Refer back to earlier Nuclear 101 segments for a discussion of radiation (Types of Radiation Part 1 and Part 2 and Radioactive Half-Life).
It may take 100,000 or more years of radioactive decay for high level nuclear waste to become inert- no longer radioactive and hazardous. Because of this, all nuclear waste storage options are only intended to be temporary while a long-term solution is arranged. The current nuclear waste problem exists because temporary storage facilities are filling up without an available location to move the waste for permanent disposal. Deep underground waste repositories are intended as a permanent solution to the nuclear waste problem. However, these waste repositories are controversial, thereby prolonging the nuclear waste problem with expensive and slow progressing construction of a geologically and politically acceptable permanent solution.
A permanent waste repository is only feasible in a geologically stable location. A stable location would be dry, with low ground water movement (water can be corrosive to storage canisters), and low chances of large earthquakes. Remote monitoring systems would be established deep within these repositories that may measure 500 meters below surface level. However, because it may take more than 100 thousand years for radioactivity to decay, it may not be feasible to expect constant monitoring in the future. Therefore, the stability of these sites must be projected far into the future- which clearly is not an easy feat. The International Atomic Energy Agency (IAEA) states:
“The fundamental design objective of geological repositories is to confine the waste and to isolate it from the environment. Adequate long-term safety must be provided without reliance on active controls or ongoing maintenance. Geological repositories are therefore designed to be passively safe, such that continued indefinite institutional control is not required to assure safety.”
Thus, the IAEA suggests multiple layers of enclosures for all waste placed into the repository. Containers made of long-lasting material, compacted by bentonite clay (which acts as a moisture absorbent), further protected by a stable host bedrock, such as non-porous crystalline bedrock as illustrated in the image below, are technical considerations the IAEA recommends would provide the most assurances against radiation releases.
Australia does not currently generate nuclear energy. However, the country’s production of radioactive medical isotopes does generate nuclear waste. A nuclear waste storage site was nominated at Muckaty Station, indigenous territory in northern Australia, in 2007. Seven years of legal proceedings ensued with the claim that not all traditional landowners had been consulted about the waste site, nor had they given consent to construction, and that it had become a contentious issue among local clan members. In June 2014 the court withdrew the nomination of Muckaty Station as a waste site in favor of a more inclusive decision making process that will not violate the rights of any landowners.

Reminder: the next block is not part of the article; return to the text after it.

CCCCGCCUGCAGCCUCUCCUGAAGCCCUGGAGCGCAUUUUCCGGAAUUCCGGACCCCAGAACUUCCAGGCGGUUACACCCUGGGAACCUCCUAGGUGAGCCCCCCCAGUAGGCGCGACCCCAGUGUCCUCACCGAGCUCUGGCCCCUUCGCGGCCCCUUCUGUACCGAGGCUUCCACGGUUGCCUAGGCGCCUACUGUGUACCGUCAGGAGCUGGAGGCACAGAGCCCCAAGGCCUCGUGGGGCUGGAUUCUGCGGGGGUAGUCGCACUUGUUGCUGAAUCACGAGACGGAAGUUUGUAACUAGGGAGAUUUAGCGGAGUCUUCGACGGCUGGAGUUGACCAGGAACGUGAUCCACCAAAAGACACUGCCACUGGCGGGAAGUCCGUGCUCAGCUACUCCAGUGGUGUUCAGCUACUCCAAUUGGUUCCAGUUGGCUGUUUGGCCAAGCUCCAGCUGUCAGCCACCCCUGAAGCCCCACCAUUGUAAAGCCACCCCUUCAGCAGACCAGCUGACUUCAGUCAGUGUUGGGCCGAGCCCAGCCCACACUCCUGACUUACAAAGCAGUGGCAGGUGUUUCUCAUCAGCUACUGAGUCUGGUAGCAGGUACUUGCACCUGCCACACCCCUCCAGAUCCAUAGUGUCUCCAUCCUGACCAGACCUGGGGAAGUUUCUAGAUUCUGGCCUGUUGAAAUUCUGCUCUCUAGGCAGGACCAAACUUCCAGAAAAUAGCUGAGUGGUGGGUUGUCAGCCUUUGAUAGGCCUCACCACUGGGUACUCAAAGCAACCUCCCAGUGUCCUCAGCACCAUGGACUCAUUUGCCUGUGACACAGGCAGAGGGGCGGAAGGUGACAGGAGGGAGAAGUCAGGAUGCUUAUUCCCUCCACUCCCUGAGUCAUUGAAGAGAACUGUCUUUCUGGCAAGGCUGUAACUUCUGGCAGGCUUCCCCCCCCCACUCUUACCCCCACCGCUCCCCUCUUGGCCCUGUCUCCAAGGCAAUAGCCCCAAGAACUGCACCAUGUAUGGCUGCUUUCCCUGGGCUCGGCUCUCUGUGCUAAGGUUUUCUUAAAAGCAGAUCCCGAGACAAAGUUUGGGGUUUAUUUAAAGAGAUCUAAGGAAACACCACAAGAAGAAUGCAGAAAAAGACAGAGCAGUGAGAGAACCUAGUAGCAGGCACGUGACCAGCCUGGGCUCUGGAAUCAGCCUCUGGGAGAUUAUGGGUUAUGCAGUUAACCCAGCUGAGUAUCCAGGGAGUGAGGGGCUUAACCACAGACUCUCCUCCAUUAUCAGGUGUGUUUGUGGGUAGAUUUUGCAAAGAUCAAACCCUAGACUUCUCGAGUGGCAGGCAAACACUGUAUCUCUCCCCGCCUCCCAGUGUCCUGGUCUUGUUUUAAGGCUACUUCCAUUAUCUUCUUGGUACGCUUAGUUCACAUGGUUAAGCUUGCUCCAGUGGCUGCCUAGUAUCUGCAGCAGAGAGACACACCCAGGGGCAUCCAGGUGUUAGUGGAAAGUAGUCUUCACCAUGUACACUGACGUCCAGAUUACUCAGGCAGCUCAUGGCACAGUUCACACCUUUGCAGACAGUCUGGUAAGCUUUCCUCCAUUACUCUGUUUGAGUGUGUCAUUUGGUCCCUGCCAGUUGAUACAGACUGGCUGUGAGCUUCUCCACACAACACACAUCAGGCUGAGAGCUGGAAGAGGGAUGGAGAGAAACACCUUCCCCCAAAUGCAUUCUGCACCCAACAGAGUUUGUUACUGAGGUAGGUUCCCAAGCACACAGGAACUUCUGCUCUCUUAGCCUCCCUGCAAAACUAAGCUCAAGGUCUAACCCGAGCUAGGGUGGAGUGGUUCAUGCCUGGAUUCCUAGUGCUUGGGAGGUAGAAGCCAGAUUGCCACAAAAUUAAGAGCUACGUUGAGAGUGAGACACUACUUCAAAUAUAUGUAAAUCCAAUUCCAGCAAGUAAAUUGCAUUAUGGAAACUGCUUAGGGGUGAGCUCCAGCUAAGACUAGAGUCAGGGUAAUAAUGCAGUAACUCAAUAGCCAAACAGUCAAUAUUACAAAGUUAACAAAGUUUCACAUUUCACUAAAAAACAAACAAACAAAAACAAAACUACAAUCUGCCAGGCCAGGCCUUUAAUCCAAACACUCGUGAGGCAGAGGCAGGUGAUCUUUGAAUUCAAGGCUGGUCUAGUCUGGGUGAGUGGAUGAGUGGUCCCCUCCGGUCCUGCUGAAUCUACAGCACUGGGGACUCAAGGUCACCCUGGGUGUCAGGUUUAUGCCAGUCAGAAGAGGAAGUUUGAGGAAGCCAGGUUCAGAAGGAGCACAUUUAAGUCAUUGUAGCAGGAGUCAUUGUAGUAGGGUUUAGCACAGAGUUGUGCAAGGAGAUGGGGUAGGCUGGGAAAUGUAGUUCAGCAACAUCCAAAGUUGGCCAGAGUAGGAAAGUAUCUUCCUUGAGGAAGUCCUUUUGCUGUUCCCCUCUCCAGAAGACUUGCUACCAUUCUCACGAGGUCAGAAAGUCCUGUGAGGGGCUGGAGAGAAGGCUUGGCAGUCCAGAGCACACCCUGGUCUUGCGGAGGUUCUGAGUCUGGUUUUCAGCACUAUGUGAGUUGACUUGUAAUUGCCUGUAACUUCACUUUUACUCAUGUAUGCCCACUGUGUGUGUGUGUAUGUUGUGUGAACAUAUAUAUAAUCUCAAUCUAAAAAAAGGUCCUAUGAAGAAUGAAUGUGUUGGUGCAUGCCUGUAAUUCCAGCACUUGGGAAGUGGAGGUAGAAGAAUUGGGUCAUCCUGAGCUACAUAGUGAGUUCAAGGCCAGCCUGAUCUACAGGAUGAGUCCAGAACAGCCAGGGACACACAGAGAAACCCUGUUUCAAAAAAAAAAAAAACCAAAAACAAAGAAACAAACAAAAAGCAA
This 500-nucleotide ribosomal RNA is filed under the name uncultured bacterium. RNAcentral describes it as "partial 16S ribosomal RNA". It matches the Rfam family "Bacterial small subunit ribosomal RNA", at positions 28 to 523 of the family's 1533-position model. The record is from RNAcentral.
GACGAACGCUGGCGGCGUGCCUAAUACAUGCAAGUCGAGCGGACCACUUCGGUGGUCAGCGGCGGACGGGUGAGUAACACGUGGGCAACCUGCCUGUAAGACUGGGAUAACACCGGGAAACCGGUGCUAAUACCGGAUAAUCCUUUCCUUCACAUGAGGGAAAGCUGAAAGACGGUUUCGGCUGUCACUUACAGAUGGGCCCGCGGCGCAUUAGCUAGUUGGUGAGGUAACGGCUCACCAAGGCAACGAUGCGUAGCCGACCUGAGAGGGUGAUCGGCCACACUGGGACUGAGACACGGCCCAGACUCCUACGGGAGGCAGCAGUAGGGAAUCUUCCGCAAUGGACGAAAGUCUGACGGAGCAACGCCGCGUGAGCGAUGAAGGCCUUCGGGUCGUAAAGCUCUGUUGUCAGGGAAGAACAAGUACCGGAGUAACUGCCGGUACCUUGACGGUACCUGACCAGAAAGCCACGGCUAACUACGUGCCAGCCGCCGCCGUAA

Since 2009 Australia has fully endorsed the United Nation's Declaration on the Rights of Indigenous Peoples (UNDRIP), a document that declares individual and collective rights for the world's 370 million indigenous people. Article 29.2 of the Declaration states: "States shall take effective measures to ensure that no storage or disposal of hazardous materials shall take place in the lands of territories of indigenous peoples without their free, prior and informed consent." Educating and informing is important, but the word 'consent' is stressed as highly significant prior to making changes regarding use of indigenous territory. Although UNDRIP is not a legally binding document, within the context of the Muckaty Station conflict, Australia has shown that it is attempting to hold itself accountable for the treatment of its indigenous population.
Continued Reading: PNA's Executive Director, Tammy Murphy, and current Law, Social Movement, & Development Fellow, Harmony Todd, have both published journal articles on indigenous rights which can be accessed online:
Tammy Murphy, “Courses and Recourses” Exploring Indigenous Peoples’ Land Reclamation in Search of Fresh Solutions for Israelis and Palestinians, Journal for the Study of Peace and Conflict.
Harmony Todd, "Conflict Assessment of the El Diquís Hydroelectric Project: When Renewable Energy Poses Environmental Threats & Human Rights Violations," Peace and Conflict Review.
The next segment of Nuclear 101 will provide a recap of the nuclear fuel cycle that this blog series has focused on thus far from mining to enrichment and reprocessing to waste disposal.
Australia’s first nuclear waste dump in limbo after Muckaty Station ruled out
Bob Hawke: nuclear waste storage could end Indigenous disadvantage
Finland's Crazy Plan to Make Nuclear Waste Disappear
House rejects bids to abandon nuclear waste site at Yucca Mountain
The Swedish Nuclear Fuel Management Programme
IAEA: Storage and Disposal of Spent Fuel and High Level Radioactive Waste
Radioactive waste repository & store for Australia